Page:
Think of England and the Cotswolds may well spring to mind. This area of limestone hills picture-postcard England at its most enchanting. Explore villages made of honey-coloured stone, sip pints in ancient pubs and see some of the Britains’s most beautifully preserved medieval churches. Yes, you are in the prettiest part of England ! Let’s travel !
Designated as an Area of Outstanding Natural Beauty (AONB) in 1966, the Cotswolds covers 787 square miles (or 2,040 square meters), and is the second largest protected landscape in England. It lies across the boundaries of several English counties : Gloucestshire, Oxfordshire, Wiltshire and Bath, northeast Somerset, Worcestershire and south Warwickshire.
There is evidence of Neolithic settlement from burial chambers on Cotswold Edge, and there are remains of Bronze and Iron Age forts. Later the Romans built villas, such as at Chedworth, settlements such as Gloucester, and paved the Celtic path later known as Fosse Way. During the Middle Ages, thanks to the breed of sheep known as the Cotswold Lion, the Cotswolds became prosperous from the wool trade with the continent, with much of the money made from wool directed towards the building of churches. The most successful era for the wool trade was 1250–1350; much of the wool at that time was sold to Italian merchants. The affluent area in the 21st century has attracted wealthy Londoners and others who own second homes there or have chosen to retire to the Cotswolds. MC Beaton, an author of detective stories, has portrayed the Cotswolds, because her heroin, Agatha Raisin, a very rich Londoner, has decided to retire there, in the small fictional village of Carsely.
The English Place-Name Society has for many years accepted that the term Cotswold is derived from Codesuualt of the 12th century or other variations on this form, the etymology of which was given, ‘Cod’s-wold’, which is ‘Cod’s high open land’.
The spine of the Cotswolds runs southwest to northeast through six counties, particularly Gloucestershire, west Oxfordshire and south western Warwickshire. The northern and western edges of the Cotswolds are marked by steep escarpments down to the Severn valley and the Warwickshire Avon. This feature, known as the Cotswold escarpment, or sometimes the Cotswold Edge, is a result of the uplifting (tilting) of the limestone layer, exposing its broken edge.
Tourism offices describe the Cotswolds like that : « A ridiculously pretty series of villages amid rolling hills, full of chocolate box cottages and winding country lanes. » With its rustic rural charm, rolling hills, vibrant market towns and picture-perfect villages, the Cotswolds offers nearly 800 square miles of unspoilt countryside. As a consequence, tourism represents a large part of the economy. The Cotswold District area alone gained over £373 million from visitor spending on accommodation, £157 million on local attractions and entertainments, and about £100m on travel in 2016.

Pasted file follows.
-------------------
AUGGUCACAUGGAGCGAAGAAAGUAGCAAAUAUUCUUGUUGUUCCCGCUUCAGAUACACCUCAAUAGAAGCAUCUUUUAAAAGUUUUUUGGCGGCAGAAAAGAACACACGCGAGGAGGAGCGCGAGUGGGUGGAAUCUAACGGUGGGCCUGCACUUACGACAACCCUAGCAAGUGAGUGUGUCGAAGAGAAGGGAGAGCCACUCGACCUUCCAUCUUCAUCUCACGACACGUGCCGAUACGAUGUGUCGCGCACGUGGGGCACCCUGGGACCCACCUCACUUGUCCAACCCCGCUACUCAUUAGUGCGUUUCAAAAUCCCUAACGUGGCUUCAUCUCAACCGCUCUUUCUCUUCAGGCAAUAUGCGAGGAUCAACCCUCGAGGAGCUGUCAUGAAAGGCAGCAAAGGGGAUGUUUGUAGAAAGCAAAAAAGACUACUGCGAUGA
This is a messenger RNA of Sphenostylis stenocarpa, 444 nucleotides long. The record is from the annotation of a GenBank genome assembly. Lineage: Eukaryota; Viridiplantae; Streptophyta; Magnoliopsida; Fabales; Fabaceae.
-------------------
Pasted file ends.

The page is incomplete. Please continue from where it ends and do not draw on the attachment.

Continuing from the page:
Small villages, marvelous landscapes
Bourton-on-the-water is one of the most beautiful villages in the area. The Windrush flows through the town earning it the nickname ‘Little Venice’. And even if we can easily spend a day wandering around the village, there is however plenty of activities to do. Birdland, for instance, is home of more of 500 birds, with 9 acres of woodland and gardens. Cosy pubs and bakeries are also very good places to visit. There, you’ll enjoy living a picture-postcard English life!
Your trip to the Cotswolds isn’t totally perfect if you don’t go and visit the most beautiful village of the area. Broadway – England, of course !- hasn’t change for centuries and has attracted a lot of significant artist including Claude Monet, John Singer Sargent and William Morris. The Broadway Museum and Art Gallery tells the history of Broadway and contains an eclectic collection of paintings.
To soak up beautiful view of the Cotswolds, have a walk towards the Broadway tower ! The tower is an iconic landmark on top of the beautiful Cotswolds escarpment. It was the brainchild of the great 18thcentury landscape designer, “Capabilty Brown”. His vision was carried out for George William 6thEarl of Coventry with the help of renowned architect James Wyatt and completed in 1798. The location for the Tower was wisely chosen, a dramatic outlook on a pre-medieval trading route and beacon hill. Then, if you want to rest your legs, you can easily catch up a train from Broadway station, that offers a little trip over the nearby villages.
The Cotswolds in books or TV series
The Cotswolds are a popular location for filming scenes for movies and television programmes. The fictional detective Agatha Raisin lives in the fictional village of Carsely in the Cotswolds. The Chipping Norton set are based in the Cotswolds.Other movies filmed in the Cotswolds or nearby, at least in part, include some of the Harry Potter Series (Gloucester Cathedral), Bridget Jones’s Diary (film) (Snowshill), Pride and Prejudice (Cheltenham Town Hall) and Braveheart (Cotswold Farm Park).
Many exterior shots of village life in the Downton Abbey TV series were filmed in Bampton, Oxfordshire. Other filming locations in that county included Swinbrook, Cogges and Shilton. The city of Bath hosted crews that filmed parts of the movies Vanity Fair, Persuasion, Dracula and The Duchess.